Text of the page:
But I just stumbled across a blog post from four years ago that spoke to me today. I am shortly off to celebrate the Easter Vigil in a parish on the Quebec side of the diocese, celebrating it in both our official languages, to boot.
So the words of the Easter Exultet, the great proclamation of the feast, are much in my mind these days, and here is something I wrote about it a few years ago, reprinted in full in this post. Here it is, and a most happy and joyful Easter to you all:
I would like to add one more thought about light and illumination. On Easter night, the night of the new creation, the Church presents the mystery of light using a unique and very humble symbol: the Paschal candle. This is a light that lives from sacrifice. The candle shines inasmuch as it is burnt up. It gives light, inasmuch as it gives itself. Thus the Church presents most beautifully the paschal mystery of Christ, who gives himself and so bestows the great light. Secondly, we should remember that the light of the candle is a fire. Fire is the power that shapes the world, the force of transformation. And fire gives warmth. Here too the mystery of Christ is made newly visible. Christ, the light, is fire, flame, burning up evil and so reshaping both the world and ourselves.
“Whoever is close to me is close to the fire,” as Jesus is reported by Origen to have said. And this fire is both heat and light: not a cold light, but one through which God’s warmth and goodness reach down to us.
The great hymn of the Exsultet, which the deacon sings at the beginning of the Easter liturgy, points us quite gently towards a further aspect. It reminds us that this object, the candle, has its origin in the work of bees. So the whole of creation plays its part. In the candle, creation becomes a bearer of light. But in the mind of the Fathers, the candle also in some sense contains a silent reference to the Church. The cooperation of the living community of believers in the Church in some way resembles the activity of bees. It builds up the community of light. So the candle serves as a summons to us to become involved in the community of the Church, whose raison d’être is to let the light of Christ shine upon the world.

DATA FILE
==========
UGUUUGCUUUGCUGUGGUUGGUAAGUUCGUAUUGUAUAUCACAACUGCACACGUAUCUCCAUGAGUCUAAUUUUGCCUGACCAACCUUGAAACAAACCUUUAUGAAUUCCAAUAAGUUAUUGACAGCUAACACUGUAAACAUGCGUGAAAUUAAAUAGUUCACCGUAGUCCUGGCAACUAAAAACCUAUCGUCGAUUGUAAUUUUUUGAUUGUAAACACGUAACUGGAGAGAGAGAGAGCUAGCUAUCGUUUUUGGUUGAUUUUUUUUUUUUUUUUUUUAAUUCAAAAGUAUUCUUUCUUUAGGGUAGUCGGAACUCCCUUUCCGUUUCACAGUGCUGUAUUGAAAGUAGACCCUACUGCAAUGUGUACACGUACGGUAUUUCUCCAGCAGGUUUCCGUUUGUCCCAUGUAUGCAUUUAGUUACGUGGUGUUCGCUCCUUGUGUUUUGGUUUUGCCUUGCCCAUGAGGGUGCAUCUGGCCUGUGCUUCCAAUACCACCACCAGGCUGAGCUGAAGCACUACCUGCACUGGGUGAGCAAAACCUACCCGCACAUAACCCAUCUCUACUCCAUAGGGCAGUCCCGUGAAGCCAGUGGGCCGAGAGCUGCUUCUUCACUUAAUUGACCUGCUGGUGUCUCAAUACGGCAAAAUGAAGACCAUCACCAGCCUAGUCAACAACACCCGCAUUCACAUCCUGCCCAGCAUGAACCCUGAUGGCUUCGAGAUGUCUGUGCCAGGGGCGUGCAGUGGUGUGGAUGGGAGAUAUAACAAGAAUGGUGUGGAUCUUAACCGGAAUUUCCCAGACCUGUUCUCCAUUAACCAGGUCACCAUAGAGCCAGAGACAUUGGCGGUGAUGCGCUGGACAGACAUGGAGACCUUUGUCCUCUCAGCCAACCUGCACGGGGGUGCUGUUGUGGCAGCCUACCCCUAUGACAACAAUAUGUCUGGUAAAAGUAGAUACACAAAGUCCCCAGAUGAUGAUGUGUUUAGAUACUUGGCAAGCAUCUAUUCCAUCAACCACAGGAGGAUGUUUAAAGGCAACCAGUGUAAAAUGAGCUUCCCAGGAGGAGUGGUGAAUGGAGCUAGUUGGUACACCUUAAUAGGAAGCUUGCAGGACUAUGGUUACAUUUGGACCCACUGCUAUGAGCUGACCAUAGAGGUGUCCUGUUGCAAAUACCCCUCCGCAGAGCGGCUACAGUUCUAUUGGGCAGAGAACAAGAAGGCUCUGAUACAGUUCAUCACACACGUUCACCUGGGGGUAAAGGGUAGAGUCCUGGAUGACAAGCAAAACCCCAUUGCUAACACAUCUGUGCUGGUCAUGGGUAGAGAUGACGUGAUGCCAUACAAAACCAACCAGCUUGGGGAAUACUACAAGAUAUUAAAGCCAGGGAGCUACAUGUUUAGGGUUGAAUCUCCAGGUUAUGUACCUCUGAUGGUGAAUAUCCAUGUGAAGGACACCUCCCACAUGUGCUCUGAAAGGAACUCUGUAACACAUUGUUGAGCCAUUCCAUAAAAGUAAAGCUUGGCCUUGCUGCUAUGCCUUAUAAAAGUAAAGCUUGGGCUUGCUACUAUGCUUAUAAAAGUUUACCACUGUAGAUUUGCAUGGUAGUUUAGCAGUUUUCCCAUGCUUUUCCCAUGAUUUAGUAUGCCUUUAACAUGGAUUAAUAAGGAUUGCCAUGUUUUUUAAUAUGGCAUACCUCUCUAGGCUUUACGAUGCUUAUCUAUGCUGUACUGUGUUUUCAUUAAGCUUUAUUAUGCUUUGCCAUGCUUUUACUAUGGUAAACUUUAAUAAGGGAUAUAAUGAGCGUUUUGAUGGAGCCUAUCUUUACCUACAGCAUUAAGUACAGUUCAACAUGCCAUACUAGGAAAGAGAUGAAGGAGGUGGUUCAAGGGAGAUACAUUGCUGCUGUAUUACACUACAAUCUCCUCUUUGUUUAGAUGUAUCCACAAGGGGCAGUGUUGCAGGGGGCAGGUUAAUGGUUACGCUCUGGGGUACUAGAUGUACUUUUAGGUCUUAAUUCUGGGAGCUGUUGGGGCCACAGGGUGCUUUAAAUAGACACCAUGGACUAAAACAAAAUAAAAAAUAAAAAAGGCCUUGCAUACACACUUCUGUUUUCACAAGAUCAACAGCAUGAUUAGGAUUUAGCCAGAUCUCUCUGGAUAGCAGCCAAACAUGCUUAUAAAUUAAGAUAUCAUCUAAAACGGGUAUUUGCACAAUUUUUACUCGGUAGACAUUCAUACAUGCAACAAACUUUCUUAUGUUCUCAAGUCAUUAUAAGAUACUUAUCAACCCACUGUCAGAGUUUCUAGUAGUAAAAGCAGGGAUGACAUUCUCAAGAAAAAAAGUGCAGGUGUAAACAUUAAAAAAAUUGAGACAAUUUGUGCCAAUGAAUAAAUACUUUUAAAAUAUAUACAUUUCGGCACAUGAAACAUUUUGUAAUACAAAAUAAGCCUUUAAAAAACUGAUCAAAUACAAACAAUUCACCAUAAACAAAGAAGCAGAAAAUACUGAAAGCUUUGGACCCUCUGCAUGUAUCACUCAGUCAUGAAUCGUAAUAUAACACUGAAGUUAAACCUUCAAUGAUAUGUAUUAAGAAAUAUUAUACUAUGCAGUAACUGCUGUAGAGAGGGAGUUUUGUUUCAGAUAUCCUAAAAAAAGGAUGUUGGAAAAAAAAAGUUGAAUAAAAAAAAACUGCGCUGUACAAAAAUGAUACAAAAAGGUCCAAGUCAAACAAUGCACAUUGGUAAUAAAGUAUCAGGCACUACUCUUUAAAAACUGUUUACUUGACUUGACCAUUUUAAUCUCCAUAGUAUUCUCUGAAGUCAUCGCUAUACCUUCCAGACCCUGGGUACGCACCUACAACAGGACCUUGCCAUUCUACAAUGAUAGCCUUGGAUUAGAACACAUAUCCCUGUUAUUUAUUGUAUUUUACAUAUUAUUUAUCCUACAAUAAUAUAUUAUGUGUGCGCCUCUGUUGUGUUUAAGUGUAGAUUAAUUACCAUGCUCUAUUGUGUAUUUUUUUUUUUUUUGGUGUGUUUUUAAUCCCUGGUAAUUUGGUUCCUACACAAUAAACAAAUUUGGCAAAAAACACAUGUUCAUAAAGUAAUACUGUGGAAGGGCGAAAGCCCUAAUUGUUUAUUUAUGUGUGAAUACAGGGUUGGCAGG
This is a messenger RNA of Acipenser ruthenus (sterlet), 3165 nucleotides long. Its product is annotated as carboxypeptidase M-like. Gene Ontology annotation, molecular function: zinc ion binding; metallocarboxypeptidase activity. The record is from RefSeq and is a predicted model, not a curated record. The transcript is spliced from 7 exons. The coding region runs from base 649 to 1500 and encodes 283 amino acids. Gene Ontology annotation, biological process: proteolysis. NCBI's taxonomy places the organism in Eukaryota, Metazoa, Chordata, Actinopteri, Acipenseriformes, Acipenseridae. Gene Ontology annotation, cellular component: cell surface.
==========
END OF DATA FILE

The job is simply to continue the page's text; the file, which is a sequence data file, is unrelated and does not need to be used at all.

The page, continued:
Let us pray to the Lord at this time that he may grant us to experience the joy of his light; let us pray that we ourselves may become bearers of his light, and that through the Church, Christ’s radiant face may enter our world (cf. LG 1). Amen.
Easter Vigil Homily, 2012
Reflection – We were all quite happy this year to see the bees restored to the new English translation of the Exultet. The light of the candle is once again “fed by melting wax, drawn out by mother bees to build a torch so precious.”
What an extraordinary image this is, what a poetic genius the anonymous Latin author of this hymn was, and what a powerful interpretation Pope Benedict gives it in this Easter homily.
When you look at the Paschal Candle in your church, do you think of it as a summons to become involved in the community of the Church? I have to admit, that thought has never remotely crossed my mind… but it will now.
‘This little light of mine, I’m going to let it shine…’ That’s a catchy and very sweet song, but the theology in it is lousy, you know. The light is not mine. It would be better to sing ‘This little wax of mine, I’m going to let it burn.’ Or, ‘This little life of mine, I’m going to let it die….’ so that Christ’s life in me may shine out.
And that all our little waxes may melt together to create, not just flickering flame that burns for a minute and then dies, but a torch, a fire, a blazing firebrand illuminating the night of the world not for a minute but for millennia. This is the Church.
Each of us is a ‘mother bee’ (yes, I know that only the queen bee is literally a mother in the hive), bearing in our lives that little bit of wax, that little contribution of sacrificial love that goes into the Candle. To each of us, in ways impossible to understand, predict, or control, the light and fire of Christ comes. We grow warm, we melt, our lives are taken up into this light and fire. We become part of the light of Christ shining into the darkness. This is our Christian faith; this is Christianity.
I was serving at a retreat this past weekend where a speaker challenged the retreatants, “What does it mean to be Catholic?” My own answer, which I gave in my homily yesterday, was that it means we believe that Jesus is alive, that He gives His life to us by the gift of the Spirit, and that this life given to us is one of love and mercy for the whole world.